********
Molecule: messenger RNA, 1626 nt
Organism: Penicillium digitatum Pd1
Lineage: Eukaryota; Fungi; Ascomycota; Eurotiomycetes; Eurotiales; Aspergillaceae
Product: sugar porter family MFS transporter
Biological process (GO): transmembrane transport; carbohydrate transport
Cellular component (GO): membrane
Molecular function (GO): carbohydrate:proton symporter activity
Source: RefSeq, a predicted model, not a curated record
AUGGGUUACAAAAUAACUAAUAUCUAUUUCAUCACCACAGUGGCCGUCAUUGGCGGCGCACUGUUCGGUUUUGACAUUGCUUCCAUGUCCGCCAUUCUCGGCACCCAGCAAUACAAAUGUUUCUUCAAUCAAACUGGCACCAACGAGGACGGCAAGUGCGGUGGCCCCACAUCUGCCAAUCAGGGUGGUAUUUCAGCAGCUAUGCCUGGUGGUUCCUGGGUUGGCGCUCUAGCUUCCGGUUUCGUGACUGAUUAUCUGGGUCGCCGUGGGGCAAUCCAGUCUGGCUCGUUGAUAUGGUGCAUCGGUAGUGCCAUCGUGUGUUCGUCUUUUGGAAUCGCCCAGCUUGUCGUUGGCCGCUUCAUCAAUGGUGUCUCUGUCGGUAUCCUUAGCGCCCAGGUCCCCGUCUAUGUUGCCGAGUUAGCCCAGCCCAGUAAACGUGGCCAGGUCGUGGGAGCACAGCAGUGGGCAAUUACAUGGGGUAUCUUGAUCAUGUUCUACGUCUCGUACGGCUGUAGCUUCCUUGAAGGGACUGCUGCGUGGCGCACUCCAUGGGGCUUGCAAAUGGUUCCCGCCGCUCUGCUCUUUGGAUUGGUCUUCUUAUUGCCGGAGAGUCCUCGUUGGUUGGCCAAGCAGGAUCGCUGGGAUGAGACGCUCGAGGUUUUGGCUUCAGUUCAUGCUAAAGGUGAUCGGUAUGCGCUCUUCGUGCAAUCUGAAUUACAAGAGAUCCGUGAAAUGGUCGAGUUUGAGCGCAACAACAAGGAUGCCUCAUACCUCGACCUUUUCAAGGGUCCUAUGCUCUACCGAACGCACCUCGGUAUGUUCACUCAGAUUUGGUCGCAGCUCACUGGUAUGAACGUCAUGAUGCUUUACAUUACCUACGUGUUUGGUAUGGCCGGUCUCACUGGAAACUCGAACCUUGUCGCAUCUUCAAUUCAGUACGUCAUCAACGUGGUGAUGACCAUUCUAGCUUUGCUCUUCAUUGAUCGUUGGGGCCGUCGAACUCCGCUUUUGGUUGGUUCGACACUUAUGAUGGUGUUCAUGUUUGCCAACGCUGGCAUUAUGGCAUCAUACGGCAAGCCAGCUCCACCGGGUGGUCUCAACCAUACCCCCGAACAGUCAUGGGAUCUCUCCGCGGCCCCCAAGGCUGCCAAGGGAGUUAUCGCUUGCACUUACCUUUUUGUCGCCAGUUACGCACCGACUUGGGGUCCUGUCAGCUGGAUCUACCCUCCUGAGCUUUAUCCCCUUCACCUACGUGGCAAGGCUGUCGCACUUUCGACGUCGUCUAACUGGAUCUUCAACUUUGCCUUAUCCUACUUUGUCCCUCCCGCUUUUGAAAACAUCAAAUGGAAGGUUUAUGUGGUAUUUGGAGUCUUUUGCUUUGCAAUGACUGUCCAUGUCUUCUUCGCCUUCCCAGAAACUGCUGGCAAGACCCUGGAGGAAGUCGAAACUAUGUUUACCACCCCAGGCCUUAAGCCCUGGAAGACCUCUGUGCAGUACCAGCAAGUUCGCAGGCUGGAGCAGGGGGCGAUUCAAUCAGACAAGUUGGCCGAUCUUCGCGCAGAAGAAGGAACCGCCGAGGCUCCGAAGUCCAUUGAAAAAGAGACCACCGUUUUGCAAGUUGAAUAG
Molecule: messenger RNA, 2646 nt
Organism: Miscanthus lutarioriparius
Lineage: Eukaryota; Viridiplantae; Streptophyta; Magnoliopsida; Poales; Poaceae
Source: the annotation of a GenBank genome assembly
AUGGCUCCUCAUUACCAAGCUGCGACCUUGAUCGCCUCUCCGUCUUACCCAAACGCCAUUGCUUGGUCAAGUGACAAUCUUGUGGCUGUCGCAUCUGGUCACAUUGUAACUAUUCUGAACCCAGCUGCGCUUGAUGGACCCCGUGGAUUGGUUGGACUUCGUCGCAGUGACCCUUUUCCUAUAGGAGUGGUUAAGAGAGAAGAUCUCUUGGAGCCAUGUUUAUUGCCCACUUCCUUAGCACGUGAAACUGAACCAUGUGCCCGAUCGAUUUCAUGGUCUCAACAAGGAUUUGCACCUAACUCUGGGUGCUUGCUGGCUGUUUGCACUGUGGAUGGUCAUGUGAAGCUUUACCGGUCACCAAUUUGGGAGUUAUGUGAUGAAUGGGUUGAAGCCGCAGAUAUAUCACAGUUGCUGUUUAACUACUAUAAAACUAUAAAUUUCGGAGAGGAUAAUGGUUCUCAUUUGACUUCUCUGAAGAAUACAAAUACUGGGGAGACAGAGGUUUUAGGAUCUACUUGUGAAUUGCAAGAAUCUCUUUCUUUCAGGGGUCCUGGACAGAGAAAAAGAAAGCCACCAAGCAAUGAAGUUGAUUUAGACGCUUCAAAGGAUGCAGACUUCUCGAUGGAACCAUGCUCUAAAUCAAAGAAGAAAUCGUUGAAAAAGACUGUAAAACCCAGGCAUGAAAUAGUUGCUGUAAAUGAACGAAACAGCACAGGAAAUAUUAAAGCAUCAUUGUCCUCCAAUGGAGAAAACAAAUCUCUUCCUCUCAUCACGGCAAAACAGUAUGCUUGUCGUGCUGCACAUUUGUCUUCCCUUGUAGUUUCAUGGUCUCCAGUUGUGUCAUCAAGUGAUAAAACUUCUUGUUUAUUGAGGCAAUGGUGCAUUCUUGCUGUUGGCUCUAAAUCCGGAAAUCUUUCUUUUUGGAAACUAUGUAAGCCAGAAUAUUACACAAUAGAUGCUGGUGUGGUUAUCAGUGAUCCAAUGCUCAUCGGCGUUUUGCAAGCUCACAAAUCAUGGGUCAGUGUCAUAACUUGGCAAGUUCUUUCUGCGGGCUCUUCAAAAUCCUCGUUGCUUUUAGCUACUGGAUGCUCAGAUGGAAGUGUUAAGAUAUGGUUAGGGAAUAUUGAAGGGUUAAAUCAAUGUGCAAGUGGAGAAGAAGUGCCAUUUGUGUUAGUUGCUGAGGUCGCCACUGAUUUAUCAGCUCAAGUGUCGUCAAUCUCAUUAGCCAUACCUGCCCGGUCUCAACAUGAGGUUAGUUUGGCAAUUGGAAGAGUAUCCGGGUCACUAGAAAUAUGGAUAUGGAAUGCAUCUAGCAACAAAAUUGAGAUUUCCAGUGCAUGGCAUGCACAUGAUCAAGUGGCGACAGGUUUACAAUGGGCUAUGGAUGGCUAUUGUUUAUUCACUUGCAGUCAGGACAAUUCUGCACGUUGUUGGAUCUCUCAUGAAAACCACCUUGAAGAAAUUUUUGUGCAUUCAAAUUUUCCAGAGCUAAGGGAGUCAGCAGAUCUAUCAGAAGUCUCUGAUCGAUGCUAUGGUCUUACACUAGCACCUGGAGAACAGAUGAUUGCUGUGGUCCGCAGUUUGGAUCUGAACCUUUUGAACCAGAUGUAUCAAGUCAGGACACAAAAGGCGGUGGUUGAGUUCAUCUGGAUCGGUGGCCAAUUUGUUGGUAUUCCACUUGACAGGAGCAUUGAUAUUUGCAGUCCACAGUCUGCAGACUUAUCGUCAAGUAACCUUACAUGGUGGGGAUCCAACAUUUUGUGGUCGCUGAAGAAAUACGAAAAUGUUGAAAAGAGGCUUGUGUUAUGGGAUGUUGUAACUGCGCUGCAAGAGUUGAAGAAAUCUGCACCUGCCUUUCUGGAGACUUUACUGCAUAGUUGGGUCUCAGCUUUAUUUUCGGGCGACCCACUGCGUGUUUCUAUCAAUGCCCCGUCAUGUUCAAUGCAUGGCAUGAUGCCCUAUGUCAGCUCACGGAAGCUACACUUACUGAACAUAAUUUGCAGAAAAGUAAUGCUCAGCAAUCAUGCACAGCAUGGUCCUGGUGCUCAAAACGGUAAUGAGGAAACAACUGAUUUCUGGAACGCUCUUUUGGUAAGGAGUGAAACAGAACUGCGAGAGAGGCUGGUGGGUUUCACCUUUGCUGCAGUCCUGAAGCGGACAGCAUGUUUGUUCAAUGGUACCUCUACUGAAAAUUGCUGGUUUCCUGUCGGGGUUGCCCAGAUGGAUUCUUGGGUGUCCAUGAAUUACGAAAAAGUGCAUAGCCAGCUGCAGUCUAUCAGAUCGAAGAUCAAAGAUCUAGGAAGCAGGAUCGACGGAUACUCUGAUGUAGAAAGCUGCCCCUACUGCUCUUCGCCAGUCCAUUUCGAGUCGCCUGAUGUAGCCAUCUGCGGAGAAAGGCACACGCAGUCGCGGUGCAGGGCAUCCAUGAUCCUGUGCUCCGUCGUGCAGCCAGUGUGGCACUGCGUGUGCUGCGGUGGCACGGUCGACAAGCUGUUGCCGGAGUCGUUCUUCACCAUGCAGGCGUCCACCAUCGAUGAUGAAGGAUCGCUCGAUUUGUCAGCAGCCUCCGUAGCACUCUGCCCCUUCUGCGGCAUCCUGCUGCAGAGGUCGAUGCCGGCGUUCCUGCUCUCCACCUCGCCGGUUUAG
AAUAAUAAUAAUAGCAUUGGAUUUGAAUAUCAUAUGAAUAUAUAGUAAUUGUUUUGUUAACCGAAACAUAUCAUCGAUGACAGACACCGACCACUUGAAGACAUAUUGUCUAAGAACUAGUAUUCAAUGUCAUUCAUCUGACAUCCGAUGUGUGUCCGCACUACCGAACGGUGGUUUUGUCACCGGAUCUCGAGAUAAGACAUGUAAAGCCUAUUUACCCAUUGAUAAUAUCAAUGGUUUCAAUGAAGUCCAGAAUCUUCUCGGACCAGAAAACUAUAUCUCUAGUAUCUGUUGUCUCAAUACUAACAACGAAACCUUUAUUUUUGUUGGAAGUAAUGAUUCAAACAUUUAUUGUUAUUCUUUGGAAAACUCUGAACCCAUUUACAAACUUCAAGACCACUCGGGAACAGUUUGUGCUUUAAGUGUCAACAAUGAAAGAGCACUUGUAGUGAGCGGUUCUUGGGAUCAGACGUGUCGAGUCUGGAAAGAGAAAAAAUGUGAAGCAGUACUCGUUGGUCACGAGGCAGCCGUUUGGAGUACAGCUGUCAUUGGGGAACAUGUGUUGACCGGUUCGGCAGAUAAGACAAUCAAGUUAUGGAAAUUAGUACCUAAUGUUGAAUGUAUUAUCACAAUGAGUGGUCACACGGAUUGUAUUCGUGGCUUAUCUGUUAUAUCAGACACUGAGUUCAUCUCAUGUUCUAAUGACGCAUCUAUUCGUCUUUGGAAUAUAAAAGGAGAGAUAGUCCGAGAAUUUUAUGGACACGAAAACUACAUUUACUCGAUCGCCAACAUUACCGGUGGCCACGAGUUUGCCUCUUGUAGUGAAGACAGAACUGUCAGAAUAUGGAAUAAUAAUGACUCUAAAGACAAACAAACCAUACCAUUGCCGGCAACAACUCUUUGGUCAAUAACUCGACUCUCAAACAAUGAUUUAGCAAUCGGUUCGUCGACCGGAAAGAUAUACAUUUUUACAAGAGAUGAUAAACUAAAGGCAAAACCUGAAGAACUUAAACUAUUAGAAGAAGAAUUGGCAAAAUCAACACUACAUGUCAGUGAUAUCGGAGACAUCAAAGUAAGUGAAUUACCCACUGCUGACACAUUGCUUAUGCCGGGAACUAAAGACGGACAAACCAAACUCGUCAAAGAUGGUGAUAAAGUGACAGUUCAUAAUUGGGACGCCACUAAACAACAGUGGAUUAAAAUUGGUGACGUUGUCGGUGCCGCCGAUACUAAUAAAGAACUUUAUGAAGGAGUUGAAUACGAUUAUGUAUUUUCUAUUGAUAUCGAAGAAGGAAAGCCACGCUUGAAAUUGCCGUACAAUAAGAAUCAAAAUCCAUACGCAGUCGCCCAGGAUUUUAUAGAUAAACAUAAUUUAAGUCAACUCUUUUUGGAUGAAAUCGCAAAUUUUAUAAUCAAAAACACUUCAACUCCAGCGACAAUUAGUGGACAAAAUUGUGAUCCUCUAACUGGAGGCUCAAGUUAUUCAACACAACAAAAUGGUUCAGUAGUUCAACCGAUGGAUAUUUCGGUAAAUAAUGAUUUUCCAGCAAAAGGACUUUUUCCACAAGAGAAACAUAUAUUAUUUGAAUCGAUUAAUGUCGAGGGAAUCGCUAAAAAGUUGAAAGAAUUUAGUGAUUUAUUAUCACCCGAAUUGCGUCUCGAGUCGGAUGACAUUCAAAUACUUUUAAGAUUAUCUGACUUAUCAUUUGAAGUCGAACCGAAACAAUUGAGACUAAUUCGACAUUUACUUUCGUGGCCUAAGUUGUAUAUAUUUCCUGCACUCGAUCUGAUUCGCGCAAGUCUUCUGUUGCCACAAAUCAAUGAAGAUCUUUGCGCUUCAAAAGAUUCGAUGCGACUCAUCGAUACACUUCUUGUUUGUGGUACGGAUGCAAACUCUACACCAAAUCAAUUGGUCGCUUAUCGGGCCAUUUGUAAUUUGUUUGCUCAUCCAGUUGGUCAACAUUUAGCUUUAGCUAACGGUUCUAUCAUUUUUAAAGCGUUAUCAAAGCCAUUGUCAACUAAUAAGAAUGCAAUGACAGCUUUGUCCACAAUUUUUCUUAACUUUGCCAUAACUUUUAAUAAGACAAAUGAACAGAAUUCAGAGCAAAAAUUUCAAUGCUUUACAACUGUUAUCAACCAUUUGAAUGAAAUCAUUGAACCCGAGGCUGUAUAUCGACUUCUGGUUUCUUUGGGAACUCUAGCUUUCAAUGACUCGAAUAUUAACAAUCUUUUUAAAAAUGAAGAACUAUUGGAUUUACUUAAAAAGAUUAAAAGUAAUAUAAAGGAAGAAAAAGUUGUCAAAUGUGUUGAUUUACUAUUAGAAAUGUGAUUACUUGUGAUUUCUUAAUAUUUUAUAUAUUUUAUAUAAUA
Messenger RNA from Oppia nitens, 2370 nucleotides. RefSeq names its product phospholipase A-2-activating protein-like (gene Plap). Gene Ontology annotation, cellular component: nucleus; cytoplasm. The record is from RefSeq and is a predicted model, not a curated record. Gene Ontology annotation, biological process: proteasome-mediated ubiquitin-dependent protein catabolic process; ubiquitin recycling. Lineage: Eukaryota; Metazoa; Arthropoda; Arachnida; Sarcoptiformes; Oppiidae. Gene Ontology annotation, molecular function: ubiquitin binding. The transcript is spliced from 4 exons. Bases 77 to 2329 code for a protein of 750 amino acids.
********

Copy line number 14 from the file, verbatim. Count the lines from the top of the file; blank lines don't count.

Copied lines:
AUGGCUCCUCAUUACCAAGCUGCGACCUUGAUCGCCUCUCCGUCUUACCCAAACGCCAUUGCUUGGUCAAGUGACAAUCUUGUGGCUGUCGCAUCUGGUCACAUUGUAACUAUUCUGAACCCAGCUGCGCUUGAUGGACCCCGUGGAUUGGUUGGACUUCGUCGCAGUGACCCUUUUCCUAUAGGAGUGGUUAAGAGAGAAGAUCUCUUGGAGCCAUGUUUAUUGCCCACUUCCUUAGCACGUGAAACUGAACCAUGUGCCCGAUCGAUUUCAUGGUCUCAACAAGGAUUUGCACCUAACUCUGGGUGCUUGCUGGCUGUUUGCACUGUGGAUGGUCAUGUGAAGCUUUACCGGUCACCAAUUUGGGAGUUAUGUGAUGAAUGGGUUGAAGCCGCAGAUAUAUCACAGUUGCUGUUUAACUACUAUAAAACUAUAAAUUUCGGAGAGGAUAAUGGUUCUCAUUUGACUUCUCUGAAGAAUACAAAUACUGGGGAGACAGAGGUUUUAGGAUCUACUUGUGAAUUGCAAGAAUCUCUUUCUUUCAGGGGUCCUGGACAGAGAAAAAGAAAGCCACCAAGCAAUGAAGUUGAUUUAGACGCUUCAAAGGAUGCAGACUUCUCGAUGGAACCAUGCUCUAAAUCAAAGAAGAAAUCGUUGAAAAAGACUGUAAAACCCAGGCAUGAAAUAGUUGCUGUAAAUGAACGAAACAGCACAGGAAAUAUUAAAGCAUCAUUGUCCUCCAAUGGAGAAAACAAAUCUCUUCCUCUCAUCACGGCAAAACAGUAUGCUUGUCGUGCUGCACAUUUGUCUUCCCUUGUAGUUUCAUGGUCUCCAGUUGUGUCAUCAAGUGAUAAAACUUCUUGUUUAUUGAGGCAAUGGUGCAUUCUUGCUGUUGGCUCUAAAUCCGGAAAUCUUUCUUUUUGGAAACUAUGUAAGCCAGAAUAUUACACAAUAGAUGCUGGUGUGGUUAUCAGUGAUCCAAUGCUCAUCGGCGUUUUGCAAGCUCACAAAUCAUGGGUCAGUGUCAUAACUUGGCAAGUUCUUUCUGCGGGCUCUUCAAAAUCCUCGUUGCUUUUAGCUACUGGAUGCUCAGAUGGAAGUGUUAAGAUAUGGUUAGGGAAUAUUGAAGGGUUAAAUCAAUGUGCAAGUGGAGAAGAAGUGCCAUUUGUGUUAGUUGCUGAGGUCGCCACUGAUUUAUCAGCUCAAGUGUCGUCAAUCUCAUUAGCCAUACCUGCCCGGUCUCAACAUGAGGUUAGUUUGGCAAUUGGAAGAGUAUCCGGGUCACUAGAAAUAUGGAUAUGGAAUGCAUCUAGCAACAAAAUUGAGAUUUCCAGUGCAUGGCAUGCACAUGAUCAAGUGGCGACAGGUUUACAAUGGGCUAUGGAUGGCUAUUGUUUAUUCACUUGCAGUCAGGACAAUUCUGCACGUUGUUGGAUCUCUCAUGAAAACCACCUUGAAGAAAUUUUUGUGCAUUCAAAUUUUCCAGAGCUAAGGGAGUCAGCAGAUCUAUCAGAAGUCUCUGAUCGAUGCUAUGGUCUUACACUAGCACCUGGAGAACAGAUGAUUGCUGUGGUCCGCAGUUUGGAUCUGAACCUUUUGAACCAGAUGUAUCAAGUCAGGACACAAAAGGCGGUGGUUGAGUUCAUCUGGAUCGGUGGCCAAUUUGUUGGUAUUCCACUUGACAGGAGCAUUGAUAUUUGCAGUCCACAGUCUGCAGACUUAUCGUCAAGUAACCUUACAUGGUGGGGAUCCAACAUUUUGUGGUCGCUGAAGAAAUACGAAAAUGUUGAAAAGAGGCUUGUGUUAUGGGAUGUUGUAACUGCGCUGCAAGAGUUGAAGAAAUCUGCACCUGCCUUUCUGGAGACUUUACUGCAUAGUUGGGUCUCAGCUUUAUUUUCGGGCGACCCACUGCGUGUUUCUAUCAAUGCCCCGUCAUGUUCAAUGCAUGGCAUGAUGCCCUAUGUCAGCUCACGGAAGCUACACUUACUGAACAUAAUUUGCAGAAAAGUAAUGCUCAGCAAUCAUGCACAGCAUGGUCCUGGUGCUCAAAACGGUAAUGAGGAAACAACUGAUUUCUGGAACGCUCUUUUGGUAAGGAGUGAAACAGAACUGCGAGAGAGGCUGGUGGGUUUCACCUUUGCUGCAGUCCUGAAGCGGACAGCAUGUUUGUUCAAUGGUACCUCUACUGAAAAUUGCUGGUUUCCUGUCGGGGUUGCCCAGAUGGAUUCUUGGGUGUCCAUGAAUUACGAAAAAGUGCAUAGCCAGCUGCAGUCUAUCAGAUCGAAGAUCAAAGAUCUAGGAAGCAGGAUCGACGGAUACUCUGAUGUAGAAAGCUGCCCCUACUGCUCUUCGCCAGUCCAUUUCGAGUCGCCUGAUGUAGCCAUCUGCGGAGAAAGGCACACGCAGUCGCGGUGCAGGGCAUCCAUGAUCCUGUGCUCCGUCGUGCAGCCAGUGUGGCACUGCGUGUGCUGCGGUGGCACGGUCGACAAGCUGUUGCCGGAGUCGUUCUUCACCAUGCAGGCGUCCACCAUCGAUGAUGAAGGAUCGCUCGAUUUGUCAGCAGCCUCCGUAGCACUCUGCCCCUUCUGCGGCAUCCUGCUGCAGAGGUCGAUGCCGGCGUUCCUGCUCUCCACCUCGCCGGUUUAG